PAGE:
2014-03: Collective Self-defense Drive
Die Verfassung Japans. Artikel 9 der Friedensverfassung
LDP members criticize collective self-defense drive; Abe presses on
March 18, 2014. THE ASAHI SHIMBUN
Prime Minister Shinzo Abe largely dismissed calls from many ruling party lawmakers to take a more cautious approach in his quest to allow Japan to exercise the right to collective self-defense.
A number of members of the Liberal Democratic Party at an informal General Council meeting March 17 said such a landmark reversal in the nation’s defense policy must be achieved through constitutional revision, not a change in the interpretation of the Constitution.
Others said Abe’s goal runs counter to the constitutional ideals that led Japan to peace and prosperity after the end of World War II.
“(Exercising the right to collective self-defense) is incompatible with ‘pacifism’ of the Constitution,” an LDP lawmaker said. “We have no choice but to be more cautious when we approach it.”
But after being briefed on the details of the meeting, Abe decided to move discussions on the issue to the LDP’s consultative council that he is expected to establish this month.
Kensei Mizote, head of the LDP Upper House caucus, expressed concerns that Abe’s private council, the Advisory Panel on Reconstruction of the Legal Basis for Security, will only fuel the momentum toward a reinterpretation of the Constitution.
“We should debate the issue with prudence,” Mizote said. “(Abe’s) panel of experts, which appears set to reach an expected conclusion, should not be taken as the government’s view.”
The informal meeting of the General Council was held to form a consensus within the LDP on the issue before Abe’s Cabinet approves the shift in Japan’s security policy. The council is the party’s main decision-making body, along with the LDP convention.
The decades-old government interpretation of the Constitution bans Japan from exercising the right to collective self-defense. If Japan can exercise this right, Tokyo could launch counterstrikes against countries that attack the United States, Japan’s only security ally.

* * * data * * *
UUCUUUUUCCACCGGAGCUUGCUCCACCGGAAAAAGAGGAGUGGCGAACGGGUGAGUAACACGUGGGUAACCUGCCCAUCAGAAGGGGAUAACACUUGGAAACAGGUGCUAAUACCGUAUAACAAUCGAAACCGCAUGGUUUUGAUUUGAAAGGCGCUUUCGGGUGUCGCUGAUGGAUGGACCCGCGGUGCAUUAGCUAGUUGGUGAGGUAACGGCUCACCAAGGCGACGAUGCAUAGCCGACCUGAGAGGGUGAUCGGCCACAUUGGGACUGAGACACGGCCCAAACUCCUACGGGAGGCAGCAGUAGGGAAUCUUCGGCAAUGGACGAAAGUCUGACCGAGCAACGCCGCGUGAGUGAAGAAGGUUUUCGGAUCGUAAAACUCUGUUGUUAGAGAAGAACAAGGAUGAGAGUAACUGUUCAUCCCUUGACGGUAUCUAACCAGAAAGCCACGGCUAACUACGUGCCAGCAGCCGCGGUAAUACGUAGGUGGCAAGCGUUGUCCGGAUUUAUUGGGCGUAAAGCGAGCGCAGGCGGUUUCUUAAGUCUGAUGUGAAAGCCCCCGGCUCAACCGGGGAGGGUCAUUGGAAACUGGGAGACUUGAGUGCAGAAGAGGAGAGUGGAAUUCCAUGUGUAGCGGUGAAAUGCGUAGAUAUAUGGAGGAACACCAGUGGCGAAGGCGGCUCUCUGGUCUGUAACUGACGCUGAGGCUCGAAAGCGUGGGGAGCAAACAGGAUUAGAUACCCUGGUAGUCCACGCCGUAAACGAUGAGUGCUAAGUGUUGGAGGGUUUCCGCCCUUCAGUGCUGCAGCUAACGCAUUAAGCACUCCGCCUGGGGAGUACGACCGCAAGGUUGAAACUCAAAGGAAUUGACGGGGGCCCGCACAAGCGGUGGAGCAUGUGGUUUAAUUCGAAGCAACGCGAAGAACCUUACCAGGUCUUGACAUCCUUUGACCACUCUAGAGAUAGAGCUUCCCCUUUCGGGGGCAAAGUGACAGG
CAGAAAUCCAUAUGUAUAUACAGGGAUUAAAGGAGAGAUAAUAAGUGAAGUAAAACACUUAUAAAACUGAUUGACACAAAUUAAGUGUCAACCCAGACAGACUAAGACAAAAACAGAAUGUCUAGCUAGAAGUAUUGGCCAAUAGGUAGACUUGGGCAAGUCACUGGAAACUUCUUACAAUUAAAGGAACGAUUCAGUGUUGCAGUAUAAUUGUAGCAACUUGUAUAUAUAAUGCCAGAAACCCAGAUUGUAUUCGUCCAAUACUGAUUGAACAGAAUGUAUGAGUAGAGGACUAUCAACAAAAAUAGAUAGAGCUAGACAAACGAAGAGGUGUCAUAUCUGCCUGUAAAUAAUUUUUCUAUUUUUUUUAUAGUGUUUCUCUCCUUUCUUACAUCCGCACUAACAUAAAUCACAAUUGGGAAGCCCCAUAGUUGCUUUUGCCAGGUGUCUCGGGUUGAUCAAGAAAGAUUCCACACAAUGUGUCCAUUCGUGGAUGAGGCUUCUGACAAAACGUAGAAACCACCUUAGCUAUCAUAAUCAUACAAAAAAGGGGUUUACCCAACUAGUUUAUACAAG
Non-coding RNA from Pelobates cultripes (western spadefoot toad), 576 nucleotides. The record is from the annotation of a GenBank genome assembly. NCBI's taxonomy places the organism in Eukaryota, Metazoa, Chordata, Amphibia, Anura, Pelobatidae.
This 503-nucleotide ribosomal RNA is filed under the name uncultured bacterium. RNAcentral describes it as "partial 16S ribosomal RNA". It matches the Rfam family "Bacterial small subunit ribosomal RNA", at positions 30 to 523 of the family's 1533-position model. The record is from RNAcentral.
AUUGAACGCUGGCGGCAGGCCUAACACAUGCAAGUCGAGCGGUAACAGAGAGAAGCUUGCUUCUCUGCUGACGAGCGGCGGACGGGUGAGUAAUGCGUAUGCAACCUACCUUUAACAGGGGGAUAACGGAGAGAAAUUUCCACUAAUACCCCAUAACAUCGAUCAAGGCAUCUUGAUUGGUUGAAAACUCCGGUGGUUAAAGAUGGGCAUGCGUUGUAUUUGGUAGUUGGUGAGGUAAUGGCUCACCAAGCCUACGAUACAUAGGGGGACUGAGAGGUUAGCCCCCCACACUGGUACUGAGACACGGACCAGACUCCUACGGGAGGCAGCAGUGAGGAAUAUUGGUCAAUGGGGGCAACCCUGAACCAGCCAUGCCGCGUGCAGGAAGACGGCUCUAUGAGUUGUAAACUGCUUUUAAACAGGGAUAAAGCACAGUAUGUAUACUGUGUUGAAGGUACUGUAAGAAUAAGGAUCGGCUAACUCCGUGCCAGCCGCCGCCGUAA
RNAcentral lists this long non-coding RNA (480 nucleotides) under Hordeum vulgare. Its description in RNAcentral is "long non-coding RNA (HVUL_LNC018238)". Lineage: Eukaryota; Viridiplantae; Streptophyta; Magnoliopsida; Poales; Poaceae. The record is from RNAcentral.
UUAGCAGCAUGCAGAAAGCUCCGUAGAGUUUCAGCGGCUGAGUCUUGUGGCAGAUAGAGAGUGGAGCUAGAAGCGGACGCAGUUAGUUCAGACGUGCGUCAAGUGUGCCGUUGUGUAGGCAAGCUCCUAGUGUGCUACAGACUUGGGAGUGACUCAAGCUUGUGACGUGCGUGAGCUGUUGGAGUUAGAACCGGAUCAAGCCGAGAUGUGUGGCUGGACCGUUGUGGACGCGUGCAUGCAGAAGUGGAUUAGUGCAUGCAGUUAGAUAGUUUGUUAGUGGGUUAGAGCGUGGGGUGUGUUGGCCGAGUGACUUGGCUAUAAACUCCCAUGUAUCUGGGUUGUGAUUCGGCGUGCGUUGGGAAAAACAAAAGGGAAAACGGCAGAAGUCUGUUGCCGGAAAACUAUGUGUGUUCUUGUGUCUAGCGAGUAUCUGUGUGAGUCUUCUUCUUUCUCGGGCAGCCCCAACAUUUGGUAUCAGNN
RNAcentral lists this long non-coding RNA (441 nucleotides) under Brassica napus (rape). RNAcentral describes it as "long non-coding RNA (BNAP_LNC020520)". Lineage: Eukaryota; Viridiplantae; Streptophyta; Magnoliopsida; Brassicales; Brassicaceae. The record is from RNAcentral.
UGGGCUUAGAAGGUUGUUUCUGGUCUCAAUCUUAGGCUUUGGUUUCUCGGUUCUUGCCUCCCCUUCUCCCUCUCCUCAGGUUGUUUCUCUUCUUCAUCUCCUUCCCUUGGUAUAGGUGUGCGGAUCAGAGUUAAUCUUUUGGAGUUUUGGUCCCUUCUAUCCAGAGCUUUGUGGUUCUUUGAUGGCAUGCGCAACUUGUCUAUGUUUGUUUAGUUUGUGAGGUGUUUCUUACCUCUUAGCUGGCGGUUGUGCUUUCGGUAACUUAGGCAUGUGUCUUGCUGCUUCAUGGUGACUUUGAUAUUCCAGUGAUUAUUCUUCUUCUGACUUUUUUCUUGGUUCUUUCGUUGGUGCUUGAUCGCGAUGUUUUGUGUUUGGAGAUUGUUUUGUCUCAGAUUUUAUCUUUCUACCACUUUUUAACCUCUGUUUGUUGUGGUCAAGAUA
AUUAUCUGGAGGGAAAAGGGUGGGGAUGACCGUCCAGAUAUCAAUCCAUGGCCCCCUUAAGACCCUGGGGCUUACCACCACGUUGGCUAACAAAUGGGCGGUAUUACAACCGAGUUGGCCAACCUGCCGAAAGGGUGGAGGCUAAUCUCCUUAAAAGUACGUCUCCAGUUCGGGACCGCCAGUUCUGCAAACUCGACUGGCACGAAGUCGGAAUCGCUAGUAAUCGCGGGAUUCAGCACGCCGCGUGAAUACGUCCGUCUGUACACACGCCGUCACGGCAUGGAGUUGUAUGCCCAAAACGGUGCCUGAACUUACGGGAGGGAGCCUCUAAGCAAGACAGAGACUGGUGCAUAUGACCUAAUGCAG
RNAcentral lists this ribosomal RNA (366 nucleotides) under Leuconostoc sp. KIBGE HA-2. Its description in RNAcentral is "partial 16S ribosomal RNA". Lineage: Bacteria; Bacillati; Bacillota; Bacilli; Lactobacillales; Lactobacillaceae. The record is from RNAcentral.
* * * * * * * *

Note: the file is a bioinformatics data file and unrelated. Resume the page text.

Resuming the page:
Abe, who advocates “proactive pacifism” and has cited the changing security environment surrounding Japan, seeks to win Cabinet approval for a reinterpretation during the current Diet session.
Those in support of Abe’s plan at the informal meeting argued that the LDP has no choice but to change the interpretation because revising the Constitution would take considerable time due to the many hurdles involved.
“If we cannot do it now, we will not be able to do it forever,” a senior official of the Abe administration said, describing the prime minister’s resolve.
Abe appears determined to settle the issue at an early date, even if it risks a sharp drop in his Cabinet’s approval ratings.
“Politics needs momentum,” a senior LDP official quoted Abe as saying.
Any significant delay in winning Cabinet approval will likely jeopardize discussions on other issues on the political agenda.
The prevailing tone at the two-hour informal meeting showed that Abe does not have the full backing of his party for the constitutional reinterpretation.
Calling the proposed change a “historical turning point,” Tadamori Oshima, a former LDP vice president, called for steps to secure “continuity and transparency” regarding the Cabinet’s interpretation of the Constitution.
Takeshi Noda, a Lower House member, suggested that the change could have negative ramifications on Japan’s diplomacy, even with the nation’s longtime ally.
“I wonder how Japan’s neighbors will look at the change,” he said. “The United States may view it as an unappreciated favor.”
The war-renouncing postwar Constitution was written based on a draft compiled by U.S. occupation forces. Recently, however, Washington has called on Japan to play a more active role in security.
Seiko Noda, chairwoman of the LDP General Council, said at a news conference after the meeting that many lawmakers who endorsed the proposed change also demanded stringent conditions.
Informal gatherings of the General Council are usually held when a weighty issue arises that could lead to the dissolution of the Lower House.
The previous meeting was held in 2005, when the LDP was feuding over then Prime Minister Junichiro Koizumi’s push to privatize postal services.
Behind the calls at the latest meeting for a more prudent approach were concerns expressed by retired LDP heavyweights about Abe’s handling of the issue.
“The prime minister is proceeding too fast,” Mikio Aoki, former head of the LDP Upper House caucus, said.
Makoto Koga, who retired from politics after serving as LDP secretary-general and holding other senior posts, criticized ruling party lawmakers for lacking the guts to express their opinions.
“Since they have turned into ‘yes-men,’ they cannot speak up against Abe,” Koga said.
A senior LDP official said the General Council’s meeting was held simply to take the steam out of the politicians opposed to the change.
But Shigeru Ishiba, secretary-general of the LDP, emphasized the importance of reaching a consensus on the issue.
“If the ruling party does not fully debate it, it will not lead to Cabinet approval,” Ishiba told a news conference on March 17.
Ishiba is expected to head the consultative council set up directly under Abe.